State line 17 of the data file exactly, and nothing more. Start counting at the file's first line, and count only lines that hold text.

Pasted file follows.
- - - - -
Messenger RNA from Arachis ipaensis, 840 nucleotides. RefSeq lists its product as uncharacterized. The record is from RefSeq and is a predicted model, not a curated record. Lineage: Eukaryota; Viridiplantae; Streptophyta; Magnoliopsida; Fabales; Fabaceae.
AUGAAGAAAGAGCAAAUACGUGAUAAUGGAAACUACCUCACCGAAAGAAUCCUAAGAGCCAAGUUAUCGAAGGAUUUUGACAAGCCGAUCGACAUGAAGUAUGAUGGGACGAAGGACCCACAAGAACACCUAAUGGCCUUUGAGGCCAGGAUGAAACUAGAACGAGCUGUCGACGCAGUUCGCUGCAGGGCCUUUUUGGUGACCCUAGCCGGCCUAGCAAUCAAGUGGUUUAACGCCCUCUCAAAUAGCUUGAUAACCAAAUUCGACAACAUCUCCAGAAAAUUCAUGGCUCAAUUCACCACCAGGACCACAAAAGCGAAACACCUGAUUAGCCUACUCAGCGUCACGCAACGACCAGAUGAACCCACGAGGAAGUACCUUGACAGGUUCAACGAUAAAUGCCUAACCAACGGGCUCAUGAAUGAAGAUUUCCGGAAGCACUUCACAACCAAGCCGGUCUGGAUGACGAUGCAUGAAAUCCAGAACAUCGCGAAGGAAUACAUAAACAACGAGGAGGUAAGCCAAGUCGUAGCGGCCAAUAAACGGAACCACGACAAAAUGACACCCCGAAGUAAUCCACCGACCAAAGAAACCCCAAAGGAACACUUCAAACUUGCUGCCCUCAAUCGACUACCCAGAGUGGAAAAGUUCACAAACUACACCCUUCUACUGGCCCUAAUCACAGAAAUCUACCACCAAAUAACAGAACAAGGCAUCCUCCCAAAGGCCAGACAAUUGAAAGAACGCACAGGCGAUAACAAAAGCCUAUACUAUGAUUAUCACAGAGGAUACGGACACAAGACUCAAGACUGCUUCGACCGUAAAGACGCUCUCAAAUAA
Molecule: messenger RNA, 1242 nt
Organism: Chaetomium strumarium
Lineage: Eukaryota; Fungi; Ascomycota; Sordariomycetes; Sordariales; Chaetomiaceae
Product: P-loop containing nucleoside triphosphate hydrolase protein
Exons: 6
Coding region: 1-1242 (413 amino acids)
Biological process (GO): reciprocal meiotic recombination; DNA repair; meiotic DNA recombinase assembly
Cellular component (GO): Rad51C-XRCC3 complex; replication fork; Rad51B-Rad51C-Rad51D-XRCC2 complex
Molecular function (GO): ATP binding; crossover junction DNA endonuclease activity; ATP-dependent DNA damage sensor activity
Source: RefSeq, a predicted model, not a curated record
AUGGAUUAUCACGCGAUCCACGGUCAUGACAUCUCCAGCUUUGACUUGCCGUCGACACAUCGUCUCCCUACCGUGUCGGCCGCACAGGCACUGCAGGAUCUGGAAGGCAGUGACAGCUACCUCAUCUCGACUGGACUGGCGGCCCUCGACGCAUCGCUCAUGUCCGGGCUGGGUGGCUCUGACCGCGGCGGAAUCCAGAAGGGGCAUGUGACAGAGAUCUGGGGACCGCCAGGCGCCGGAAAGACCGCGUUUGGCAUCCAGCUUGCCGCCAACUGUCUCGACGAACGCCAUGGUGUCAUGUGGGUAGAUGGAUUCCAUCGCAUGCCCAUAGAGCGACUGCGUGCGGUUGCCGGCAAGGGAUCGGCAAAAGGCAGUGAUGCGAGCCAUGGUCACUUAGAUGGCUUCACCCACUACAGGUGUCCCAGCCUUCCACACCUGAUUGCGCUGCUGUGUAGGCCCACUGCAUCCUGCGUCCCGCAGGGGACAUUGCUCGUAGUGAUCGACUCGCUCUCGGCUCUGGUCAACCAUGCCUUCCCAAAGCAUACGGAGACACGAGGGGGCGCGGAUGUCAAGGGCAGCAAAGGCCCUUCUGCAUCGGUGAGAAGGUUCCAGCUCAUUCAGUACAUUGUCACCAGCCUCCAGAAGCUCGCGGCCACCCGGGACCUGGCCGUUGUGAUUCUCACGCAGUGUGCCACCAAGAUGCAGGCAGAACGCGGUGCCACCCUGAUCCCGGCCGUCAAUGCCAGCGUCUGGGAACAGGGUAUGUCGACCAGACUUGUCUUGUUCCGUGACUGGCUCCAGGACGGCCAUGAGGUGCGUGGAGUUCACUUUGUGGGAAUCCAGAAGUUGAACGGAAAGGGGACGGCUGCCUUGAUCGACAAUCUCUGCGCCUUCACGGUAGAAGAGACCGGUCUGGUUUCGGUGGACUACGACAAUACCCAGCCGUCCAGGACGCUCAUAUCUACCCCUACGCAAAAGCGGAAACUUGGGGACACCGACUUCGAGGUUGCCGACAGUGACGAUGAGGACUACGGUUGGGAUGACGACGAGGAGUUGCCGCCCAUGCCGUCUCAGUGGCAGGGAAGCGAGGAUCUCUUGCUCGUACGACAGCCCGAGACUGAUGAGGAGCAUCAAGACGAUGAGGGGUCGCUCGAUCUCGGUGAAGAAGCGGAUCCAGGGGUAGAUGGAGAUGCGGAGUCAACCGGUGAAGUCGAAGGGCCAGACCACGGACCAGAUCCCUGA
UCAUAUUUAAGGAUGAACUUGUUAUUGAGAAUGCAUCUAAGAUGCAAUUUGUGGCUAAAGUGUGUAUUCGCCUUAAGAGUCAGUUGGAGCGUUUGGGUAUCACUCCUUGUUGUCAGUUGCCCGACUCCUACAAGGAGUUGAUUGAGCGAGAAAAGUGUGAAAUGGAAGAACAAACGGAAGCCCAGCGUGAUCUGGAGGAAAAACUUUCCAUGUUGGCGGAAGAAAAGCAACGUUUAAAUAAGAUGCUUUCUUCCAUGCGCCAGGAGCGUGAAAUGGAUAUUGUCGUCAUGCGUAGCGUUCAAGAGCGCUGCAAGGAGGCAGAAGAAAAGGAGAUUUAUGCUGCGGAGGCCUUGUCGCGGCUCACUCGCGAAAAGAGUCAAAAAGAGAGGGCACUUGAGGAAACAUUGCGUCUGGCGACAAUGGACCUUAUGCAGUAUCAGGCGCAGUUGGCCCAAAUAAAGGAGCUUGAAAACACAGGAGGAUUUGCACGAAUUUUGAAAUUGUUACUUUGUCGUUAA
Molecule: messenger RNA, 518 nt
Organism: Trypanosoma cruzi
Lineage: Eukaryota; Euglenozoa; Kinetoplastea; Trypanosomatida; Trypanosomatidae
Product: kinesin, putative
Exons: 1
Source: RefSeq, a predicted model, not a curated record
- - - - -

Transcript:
Lineage: Eukaryota; Euglenozoa; Kinetoplastea; Trypanosomatida; Trypanosomatidae